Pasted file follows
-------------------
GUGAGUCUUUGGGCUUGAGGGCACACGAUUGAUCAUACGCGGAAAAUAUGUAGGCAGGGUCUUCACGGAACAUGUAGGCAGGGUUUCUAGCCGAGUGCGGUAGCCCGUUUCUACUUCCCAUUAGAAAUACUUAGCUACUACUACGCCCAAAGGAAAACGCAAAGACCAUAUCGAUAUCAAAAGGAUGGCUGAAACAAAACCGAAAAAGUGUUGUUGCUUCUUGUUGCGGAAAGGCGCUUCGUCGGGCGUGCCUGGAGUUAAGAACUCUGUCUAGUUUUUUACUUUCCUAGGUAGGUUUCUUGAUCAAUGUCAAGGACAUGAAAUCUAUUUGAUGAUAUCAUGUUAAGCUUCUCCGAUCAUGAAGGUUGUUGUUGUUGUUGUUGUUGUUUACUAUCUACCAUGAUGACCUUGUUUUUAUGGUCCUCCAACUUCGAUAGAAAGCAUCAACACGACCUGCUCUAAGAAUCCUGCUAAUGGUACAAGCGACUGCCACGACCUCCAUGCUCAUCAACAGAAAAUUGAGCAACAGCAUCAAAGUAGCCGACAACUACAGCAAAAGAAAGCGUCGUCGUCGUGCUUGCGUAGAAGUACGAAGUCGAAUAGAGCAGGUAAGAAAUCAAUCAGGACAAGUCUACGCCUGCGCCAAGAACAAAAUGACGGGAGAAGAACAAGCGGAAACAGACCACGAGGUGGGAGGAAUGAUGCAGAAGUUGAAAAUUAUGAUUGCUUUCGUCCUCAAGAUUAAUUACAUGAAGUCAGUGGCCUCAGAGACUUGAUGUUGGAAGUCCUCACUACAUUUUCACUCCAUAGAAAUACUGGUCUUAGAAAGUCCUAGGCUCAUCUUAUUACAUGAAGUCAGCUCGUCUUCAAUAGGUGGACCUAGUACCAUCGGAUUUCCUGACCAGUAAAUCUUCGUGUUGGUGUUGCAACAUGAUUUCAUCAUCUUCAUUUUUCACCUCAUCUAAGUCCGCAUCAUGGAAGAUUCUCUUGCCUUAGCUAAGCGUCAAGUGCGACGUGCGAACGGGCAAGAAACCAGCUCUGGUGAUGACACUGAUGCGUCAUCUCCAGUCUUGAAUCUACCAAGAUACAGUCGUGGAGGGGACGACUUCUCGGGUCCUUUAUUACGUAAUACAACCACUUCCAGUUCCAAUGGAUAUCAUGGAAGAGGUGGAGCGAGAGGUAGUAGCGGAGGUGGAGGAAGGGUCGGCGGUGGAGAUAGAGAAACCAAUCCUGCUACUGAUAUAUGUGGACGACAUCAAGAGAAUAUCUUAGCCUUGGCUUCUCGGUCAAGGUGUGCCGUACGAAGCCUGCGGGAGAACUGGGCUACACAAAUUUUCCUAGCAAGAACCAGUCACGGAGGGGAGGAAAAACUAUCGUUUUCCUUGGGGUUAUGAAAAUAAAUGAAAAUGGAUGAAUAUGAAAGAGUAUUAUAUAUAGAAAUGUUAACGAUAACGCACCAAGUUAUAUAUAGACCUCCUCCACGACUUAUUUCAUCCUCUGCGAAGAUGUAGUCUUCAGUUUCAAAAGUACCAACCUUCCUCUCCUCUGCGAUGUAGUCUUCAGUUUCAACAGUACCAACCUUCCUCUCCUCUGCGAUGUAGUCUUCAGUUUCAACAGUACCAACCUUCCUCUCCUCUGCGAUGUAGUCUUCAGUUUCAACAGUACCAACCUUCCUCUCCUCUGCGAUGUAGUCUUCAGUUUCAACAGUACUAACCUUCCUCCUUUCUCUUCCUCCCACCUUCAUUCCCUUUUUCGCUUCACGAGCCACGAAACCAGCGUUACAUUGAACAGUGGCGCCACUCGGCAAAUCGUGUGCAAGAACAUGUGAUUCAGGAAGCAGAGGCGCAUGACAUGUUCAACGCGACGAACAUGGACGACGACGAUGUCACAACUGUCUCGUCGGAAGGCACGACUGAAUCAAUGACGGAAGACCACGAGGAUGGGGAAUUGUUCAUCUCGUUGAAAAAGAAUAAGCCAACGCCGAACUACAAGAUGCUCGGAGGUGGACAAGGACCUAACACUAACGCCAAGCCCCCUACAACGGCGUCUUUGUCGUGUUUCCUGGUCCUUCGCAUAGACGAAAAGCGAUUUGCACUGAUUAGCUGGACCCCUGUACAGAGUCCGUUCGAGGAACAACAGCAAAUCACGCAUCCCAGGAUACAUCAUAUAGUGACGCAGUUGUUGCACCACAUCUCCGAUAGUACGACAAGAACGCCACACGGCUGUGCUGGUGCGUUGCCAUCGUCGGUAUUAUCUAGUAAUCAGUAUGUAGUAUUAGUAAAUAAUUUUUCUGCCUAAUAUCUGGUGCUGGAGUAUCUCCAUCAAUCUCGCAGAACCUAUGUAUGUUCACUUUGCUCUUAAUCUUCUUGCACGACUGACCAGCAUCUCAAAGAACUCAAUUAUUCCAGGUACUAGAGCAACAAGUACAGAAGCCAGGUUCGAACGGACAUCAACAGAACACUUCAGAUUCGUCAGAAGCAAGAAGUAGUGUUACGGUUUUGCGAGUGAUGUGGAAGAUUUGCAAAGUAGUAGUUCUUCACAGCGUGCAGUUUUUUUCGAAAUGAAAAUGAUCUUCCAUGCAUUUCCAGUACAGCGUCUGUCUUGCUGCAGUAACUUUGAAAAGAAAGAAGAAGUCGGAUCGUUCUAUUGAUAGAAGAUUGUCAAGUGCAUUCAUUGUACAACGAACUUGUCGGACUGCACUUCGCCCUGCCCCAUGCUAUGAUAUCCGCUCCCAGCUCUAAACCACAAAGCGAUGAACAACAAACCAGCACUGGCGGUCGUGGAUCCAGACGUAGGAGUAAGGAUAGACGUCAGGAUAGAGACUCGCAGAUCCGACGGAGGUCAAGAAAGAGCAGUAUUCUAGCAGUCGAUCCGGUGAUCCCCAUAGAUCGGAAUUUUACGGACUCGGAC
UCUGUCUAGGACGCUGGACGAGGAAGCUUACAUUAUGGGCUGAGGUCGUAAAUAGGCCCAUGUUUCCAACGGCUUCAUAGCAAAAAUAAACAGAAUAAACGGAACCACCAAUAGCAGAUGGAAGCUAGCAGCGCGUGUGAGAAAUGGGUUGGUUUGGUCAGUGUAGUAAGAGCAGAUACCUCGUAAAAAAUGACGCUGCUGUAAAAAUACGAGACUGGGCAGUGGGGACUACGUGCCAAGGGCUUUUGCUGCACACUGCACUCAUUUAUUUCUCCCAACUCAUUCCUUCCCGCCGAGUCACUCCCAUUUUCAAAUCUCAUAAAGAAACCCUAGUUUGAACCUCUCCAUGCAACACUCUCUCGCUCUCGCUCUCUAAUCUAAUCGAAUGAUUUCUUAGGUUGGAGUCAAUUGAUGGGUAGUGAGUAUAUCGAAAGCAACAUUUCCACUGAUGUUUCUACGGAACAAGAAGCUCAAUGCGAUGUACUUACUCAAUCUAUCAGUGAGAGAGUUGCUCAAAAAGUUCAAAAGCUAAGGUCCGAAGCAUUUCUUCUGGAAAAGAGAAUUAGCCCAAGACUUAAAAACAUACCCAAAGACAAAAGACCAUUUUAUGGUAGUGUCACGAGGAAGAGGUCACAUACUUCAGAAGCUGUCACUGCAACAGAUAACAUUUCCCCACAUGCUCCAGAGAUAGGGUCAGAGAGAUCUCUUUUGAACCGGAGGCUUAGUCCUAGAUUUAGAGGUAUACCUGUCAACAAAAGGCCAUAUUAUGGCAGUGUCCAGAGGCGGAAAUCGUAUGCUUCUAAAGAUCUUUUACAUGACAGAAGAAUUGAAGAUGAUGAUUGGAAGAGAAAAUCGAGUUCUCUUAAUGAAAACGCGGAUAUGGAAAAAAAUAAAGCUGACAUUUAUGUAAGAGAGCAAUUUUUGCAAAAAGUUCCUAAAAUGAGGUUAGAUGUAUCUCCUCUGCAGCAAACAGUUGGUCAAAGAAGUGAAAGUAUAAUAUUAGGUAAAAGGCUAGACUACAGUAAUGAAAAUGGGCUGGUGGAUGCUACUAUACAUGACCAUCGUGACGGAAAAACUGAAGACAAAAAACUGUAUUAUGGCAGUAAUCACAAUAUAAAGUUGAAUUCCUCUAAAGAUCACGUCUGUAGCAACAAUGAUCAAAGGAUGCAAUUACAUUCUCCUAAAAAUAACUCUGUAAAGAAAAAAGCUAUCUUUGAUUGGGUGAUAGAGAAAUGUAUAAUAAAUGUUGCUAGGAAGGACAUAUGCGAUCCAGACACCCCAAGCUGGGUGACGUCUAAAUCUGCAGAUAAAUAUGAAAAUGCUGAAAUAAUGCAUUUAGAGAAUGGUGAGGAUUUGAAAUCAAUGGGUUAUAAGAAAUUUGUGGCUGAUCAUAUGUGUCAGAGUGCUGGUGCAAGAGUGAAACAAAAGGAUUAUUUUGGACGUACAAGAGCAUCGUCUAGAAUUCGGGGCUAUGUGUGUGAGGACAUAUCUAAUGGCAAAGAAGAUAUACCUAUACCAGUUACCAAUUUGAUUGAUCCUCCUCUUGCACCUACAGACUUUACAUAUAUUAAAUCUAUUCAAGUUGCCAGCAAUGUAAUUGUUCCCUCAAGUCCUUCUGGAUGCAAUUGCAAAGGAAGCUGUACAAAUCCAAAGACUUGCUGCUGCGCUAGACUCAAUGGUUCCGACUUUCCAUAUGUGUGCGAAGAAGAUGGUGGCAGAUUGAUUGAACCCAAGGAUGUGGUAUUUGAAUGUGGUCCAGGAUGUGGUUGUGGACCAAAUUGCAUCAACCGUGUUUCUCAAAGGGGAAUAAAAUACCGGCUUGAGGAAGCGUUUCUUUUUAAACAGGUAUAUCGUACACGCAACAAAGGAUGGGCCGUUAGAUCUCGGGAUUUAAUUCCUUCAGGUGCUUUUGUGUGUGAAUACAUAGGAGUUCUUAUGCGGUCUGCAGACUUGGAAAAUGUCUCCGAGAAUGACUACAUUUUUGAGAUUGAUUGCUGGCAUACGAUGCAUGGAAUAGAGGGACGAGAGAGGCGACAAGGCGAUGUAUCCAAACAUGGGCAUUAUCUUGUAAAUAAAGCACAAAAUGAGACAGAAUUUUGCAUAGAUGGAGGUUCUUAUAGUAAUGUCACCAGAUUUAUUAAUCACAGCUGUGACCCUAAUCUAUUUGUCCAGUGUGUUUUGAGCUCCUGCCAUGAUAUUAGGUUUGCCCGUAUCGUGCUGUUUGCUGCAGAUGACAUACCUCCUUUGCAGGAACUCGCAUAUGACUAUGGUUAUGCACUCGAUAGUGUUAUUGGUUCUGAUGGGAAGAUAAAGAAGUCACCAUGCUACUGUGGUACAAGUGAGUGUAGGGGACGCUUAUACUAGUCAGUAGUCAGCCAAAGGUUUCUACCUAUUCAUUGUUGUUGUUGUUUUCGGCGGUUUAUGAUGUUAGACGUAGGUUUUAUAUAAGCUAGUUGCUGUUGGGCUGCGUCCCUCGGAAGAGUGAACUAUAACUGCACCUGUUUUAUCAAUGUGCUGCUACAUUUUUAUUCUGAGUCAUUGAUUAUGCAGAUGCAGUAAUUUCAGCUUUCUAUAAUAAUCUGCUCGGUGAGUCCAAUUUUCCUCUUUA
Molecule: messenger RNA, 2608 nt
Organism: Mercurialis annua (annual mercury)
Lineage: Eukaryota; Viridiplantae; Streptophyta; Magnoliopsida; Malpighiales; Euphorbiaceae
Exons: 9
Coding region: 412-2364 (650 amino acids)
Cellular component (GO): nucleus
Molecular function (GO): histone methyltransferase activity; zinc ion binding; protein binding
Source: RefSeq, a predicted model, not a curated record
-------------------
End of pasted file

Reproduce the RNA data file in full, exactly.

GUGAGUCUUUGGGCUUGAGGGCACACGAUUGAUCAUACGCGGAAAAUAUGUAGGCAGGGUCUUCACGGAACAUGUAGGCAGGGUUUCUAGCCGAGUGCGGUAGCCCGUUUCUACUUCCCAUUAGAAAUACUUAGCUACUACUACGCCCAAAGGAAAACGCAAAGACCAUAUCGAUAUCAAAAGGAUGGCUGAAACAAAACCGAAAAAGUGUUGUUGCUUCUUGUUGCGGAAAGGCGCUUCGUCGGGCGUGCCUGGAGUUAAGAACUCUGUCUAGUUUUUUACUUUCCUAGGUAGGUUUCUUGAUCAAUGUCAAGGACAUGAAAUCUAUUUGAUGAUAUCAUGUUAAGCUUCUCCGAUCAUGAAGGUUGUUGUUGUUGUUGUUGUUGUUUACUAUCUACCAUGAUGACCUUGUUUUUAUGGUCCUCCAACUUCGAUAGAAAGCAUCAACACGACCUGCUCUAAGAAUCCUGCUAAUGGUACAAGCGACUGCCACGACCUCCAUGCUCAUCAACAGAAAAUUGAGCAACAGCAUCAAAGUAGCCGACAACUACAGCAAAAGAAAGCGUCGUCGUCGUGCUUGCGUAGAAGUACGAAGUCGAAUAGAGCAGGUAAGAAAUCAAUCAGGACAAGUCUACGCCUGCGCCAAGAACAAAAUGACGGGAGAAGAACAAGCGGAAACAGACCACGAGGUGGGAGGAAUGAUGCAGAAGUUGAAAAUUAUGAUUGCUUUCGUCCUCAAGAUUAAUUACAUGAAGUCAGUGGCCUCAGAGACUUGAUGUUGGAAGUCCUCACUACAUUUUCACUCCAUAGAAAUACUGGUCUUAGAAAGUCCUAGGCUCAUCUUAUUACAUGAAGUCAGCUCGUCUUCAAUAGGUGGACCUAGUACCAUCGGAUUUCCUGACCAGUAAAUCUUCGUGUUGGUGUUGCAACAUGAUUUCAUCAUCUUCAUUUUUCACCUCAUCUAAGUCCGCAUCAUGGAAGAUUCUCUUGCCUUAGCUAAGCGUCAAGUGCGACGUGCGAACGGGCAAGAAACCAGCUCUGGUGAUGACACUGAUGCGUCAUCUCCAGUCUUGAAUCUACCAAGAUACAGUCGUGGAGGGGACGACUUCUCGGGUCCUUUAUUACGUAAUACAACCACUUCCAGUUCCAAUGGAUAUCAUGGAAGAGGUGGAGCGAGAGGUAGUAGCGGAGGUGGAGGAAGGGUCGGCGGUGGAGAUAGAGAAACCAAUCCUGCUACUGAUAUAUGUGGACGACAUCAAGAGAAUAUCUUAGCCUUGGCUUCUCGGUCAAGGUGUGCCGUACGAAGCCUGCGGGAGAACUGGGCUACACAAAUUUUCCUAGCAAGAACCAGUCACGGAGGGGAGGAAAAACUAUCGUUUUCCUUGGGGUUAUGAAAAUAAAUGAAAAUGGAUGAAUAUGAAAGAGUAUUAUAUAUAGAAAUGUUAACGAUAACGCACCAAGUUAUAUAUAGACCUCCUCCACGACUUAUUUCAUCCUCUGCGAAGAUGUAGUCUUCAGUUUCAAAAGUACCAACCUUCCUCUCCUCUGCGAUGUAGUCUUCAGUUUCAACAGUACCAACCUUCCUCUCCUCUGCGAUGUAGUCUUCAGUUUCAACAGUACCAACCUUCCUCUCCUCUGCGAUGUAGUCUUCAGUUUCAACAGUACCAACCUUCCUCUCCUCUGCGAUGUAGUCUUCAGUUUCAACAGUACUAACCUUCCUCCUUUCUCUUCCUCCCACCUUCAUUCCCUUUUUCGCUUCACGAGCCACGAAACCAGCGUUACAUUGAACAGUGGCGCCACUCGGCAAAUCGUGUGCAAGAACAUGUGAUUCAGGAAGCAGAGGCGCAUGACAUGUUCAACGCGACGAACAUGGACGACGACGAUGUCACAACUGUCUCGUCGGAAGGCACGACUGAAUCAAUGACGGAAGACCACGAGGAUGGGGAAUUGUUCAUCUCGUUGAAAAAGAAUAAGCCAACGCCGAACUACAAGAUGCUCGGAGGUGGACAAGGACCUAACACUAACGCCAAGCCCCCUACAACGGCGUCUUUGUCGUGUUUCCUGGUCCUUCGCAUAGACGAAAAGCGAUUUGCACUGAUUAGCUGGACCCCUGUACAGAGUCCGUUCGAGGAACAACAGCAAAUCACGCAUCCCAGGAUACAUCAUAUAGUGACGCAGUUGUUGCACCACAUCUCCGAUAGUACGACAAGAACGCCACACGGCUGUGCUGGUGCGUUGCCAUCGUCGGUAUUAUCUAGUAAUCAGUAUGUAGUAUUAGUAAAUAAUUUUUCUGCCUAAUAUCUGGUGCUGGAGUAUCUCCAUCAAUCUCGCAGAACCUAUGUAUGUUCACUUUGCUCUUAAUCUUCUUGCACGACUGACCAGCAUCUCAAAGAACUCAAUUAUUCCAGGUACUAGAGCAACAAGUACAGAAGCCAGGUUCGAACGGACAUCAACAGAACACUUCAGAUUCGUCAGAAGCAAGAAGUAGUGUUACGGUUUUGCGAGUGAUGUGGAAGAUUUGCAAAGUAGUAGUUCUUCACAGCGUGCAGUUUUUUUCGAAAUGAAAAUGAUCUUCCAUGCAUUUCCAGUACAGCGUCUGUCUUGCUGCAGUAACUUUGAAAAGAAAGAAGAAGUCGGAUCGUUCUAUUGAUAGAAGAUUGUCAAGUGCAUUCAUUGUACAACGAACUUGUCGGACUGCACUUCGCCCUGCCCCAUGCUAUGAUAUCCGCUCCCAGCUCUAAACCACAAAGCGAUGAACAACAAACCAGCACUGGCGGUCGUGGAUCCAGACGUAGGAGUAAGGAUAGACGUCAGGAUAGAGACUCGCAGAUCCGACGGAGGUCAAGAAAGAGCAGUAUUCUAGCAGUCGAUCCGGUGAUCCCCAUAGAUCGGAAUUUUACGGACUCGGAC
UCUGUCUAGGACGCUGGACGAGGAAGCUUACAUUAUGGGCUGAGGUCGUAAAUAGGCCCAUGUUUCCAACGGCUUCAUAGCAAAAAUAAACAGAAUAAACGGAACCACCAAUAGCAGAUGGAAGCUAGCAGCGCGUGUGAGAAAUGGGUUGGUUUGGUCAGUGUAGUAAGAGCAGAUACCUCGUAAAAAAUGACGCUGCUGUAAAAAUACGAGACUGGGCAGUGGGGACUACGUGCCAAGGGCUUUUGCUGCACACUGCACUCAUUUAUUUCUCCCAACUCAUUCCUUCCCGCCGAGUCACUCCCAUUUUCAAAUCUCAUAAAGAAACCCUAGUUUGAACCUCUCCAUGCAACACUCUCUCGCUCUCGCUCUCUAAUCUAAUCGAAUGAUUUCUUAGGUUGGAGUCAAUUGAUGGGUAGUGAGUAUAUCGAAAGCAACAUUUCCACUGAUGUUUCUACGGAACAAGAAGCUCAAUGCGAUGUACUUACUCAAUCUAUCAGUGAGAGAGUUGCUCAAAAAGUUCAAAAGCUAAGGUCCGAAGCAUUUCUUCUGGAAAAGAGAAUUAGCCCAAGACUUAAAAACAUACCCAAAGACAAAAGACCAUUUUAUGGUAGUGUCACGAGGAAGAGGUCACAUACUUCAGAAGCUGUCACUGCAACAGAUAACAUUUCCCCACAUGCUCCAGAGAUAGGGUCAGAGAGAUCUCUUUUGAACCGGAGGCUUAGUCCUAGAUUUAGAGGUAUACCUGUCAACAAAAGGCCAUAUUAUGGCAGUGUCCAGAGGCGGAAAUCGUAUGCUUCUAAAGAUCUUUUACAUGACAGAAGAAUUGAAGAUGAUGAUUGGAAGAGAAAAUCGAGUUCUCUUAAUGAAAACGCGGAUAUGGAAAAAAAUAAAGCUGACAUUUAUGUAAGAGAGCAAUUUUUGCAAAAAGUUCCUAAAAUGAGGUUAGAUGUAUCUCCUCUGCAGCAAACAGUUGGUCAAAGAAGUGAAAGUAUAAUAUUAGGUAAAAGGCUAGACUACAGUAAUGAAAAUGGGCUGGUGGAUGCUACUAUACAUGACCAUCGUGACGGAAAAACUGAAGACAAAAAACUGUAUUAUGGCAGUAAUCACAAUAUAAAGUUGAAUUCCUCUAAAGAUCACGUCUGUAGCAACAAUGAUCAAAGGAUGCAAUUACAUUCUCCUAAAAAUAACUCUGUAAAGAAAAAAGCUAUCUUUGAUUGGGUGAUAGAGAAAUGUAUAAUAAAUGUUGCUAGGAAGGACAUAUGCGAUCCAGACACCCCAAGCUGGGUGACGUCUAAAUCUGCAGAUAAAUAUGAAAAUGCUGAAAUAAUGCAUUUAGAGAAUGGUGAGGAUUUGAAAUCAAUGGGUUAUAAGAAAUUUGUGGCUGAUCAUAUGUGUCAGAGUGCUGGUGCAAGAGUGAAACAAAAGGAUUAUUUUGGACGUACAAGAGCAUCGUCUAGAAUUCGGGGCUAUGUGUGUGAGGACAUAUCUAAUGGCAAAGAAGAUAUACCUAUACCAGUUACCAAUUUGAUUGAUCCUCCUCUUGCACCUACAGACUUUACAUAUAUUAAAUCUAUUCAAGUUGCCAGCAAUGUAAUUGUUCCCUCAAGUCCUUCUGGAUGCAAUUGCAAAGGAAGCUGUACAAAUCCAAAGACUUGCUGCUGCGCUAGACUCAAUGGUUCCGACUUUCCAUAUGUGUGCGAAGAAGAUGGUGGCAGAUUGAUUGAACCCAAGGAUGUGGUAUUUGAAUGUGGUCCAGGAUGUGGUUGUGGACCAAAUUGCAUCAACCGUGUUUCUCAAAGGGGAAUAAAAUACCGGCUUGAGGAAGCGUUUCUUUUUAAACAGGUAUAUCGUACACGCAACAAAGGAUGGGCCGUUAGAUCUCGGGAUUUAAUUCCUUCAGGUGCUUUUGUGUGUGAAUACAUAGGAGUUCUUAUGCGGUCUGCAGACUUGGAAAAUGUCUCCGAGAAUGACUACAUUUUUGAGAUUGAUUGCUGGCAUACGAUGCAUGGAAUAGAGGGACGAGAGAGGCGACAAGGCGAUGUAUCCAAACAUGGGCAUUAUCUUGUAAAUAAAGCACAAAAUGAGACAGAAUUUUGCAUAGAUGGAGGUUCUUAUAGUAAUGUCACCAGAUUUAUUAAUCACAGCUGUGACCCUAAUCUAUUUGUCCAGUGUGUUUUGAGCUCCUGCCAUGAUAUUAGGUUUGCCCGUAUCGUGCUGUUUGCUGCAGAUGACAUACCUCCUUUGCAGGAACUCGCAUAUGACUAUGGUUAUGCACUCGAUAGUGUUAUUGGUUCUGAUGGGAAGAUAAAGAAGUCACCAUGCUACUGUGGUACAAGUGAGUGUAGGGGACGCUUAUACUAGUCAGUAGUCAGCCAAAGGUUUCUACCUAUUCAUUGUUGUUGUUGUUUUCGGCGGUUUAUGAUGUUAGACGUAGGUUUUAUAUAAGCUAGUUGCUGUUGGGCUGCGUCCCUCGGAAGAGUGAACUAUAACUGCACCUGUUUUAUCAAUGUGCUGCUACAUUUUUAUUCUGAGUCAUUGAUUAUGCAGAUGCAGUAAUUUCAGCUUUCUAUAAUAAUCUGCUCGGUGAGUCCAAUUUUCCUCUUUA
Molecule: messenger RNA, 2608 nt
Organism: Mercurialis annua (annual mercury)
Lineage: Eukaryota; Viridiplantae; Streptophyta; Magnoliopsida; Malpighiales; Euphorbiaceae
Exons: 9
Coding region: 412-2364 (650 amino acids)
Cellular component (GO): nucleus
Molecular function (GO): histone methyltransferase activity; zinc ion binding; protein binding
Source: RefSeq, a predicted model, not a curated record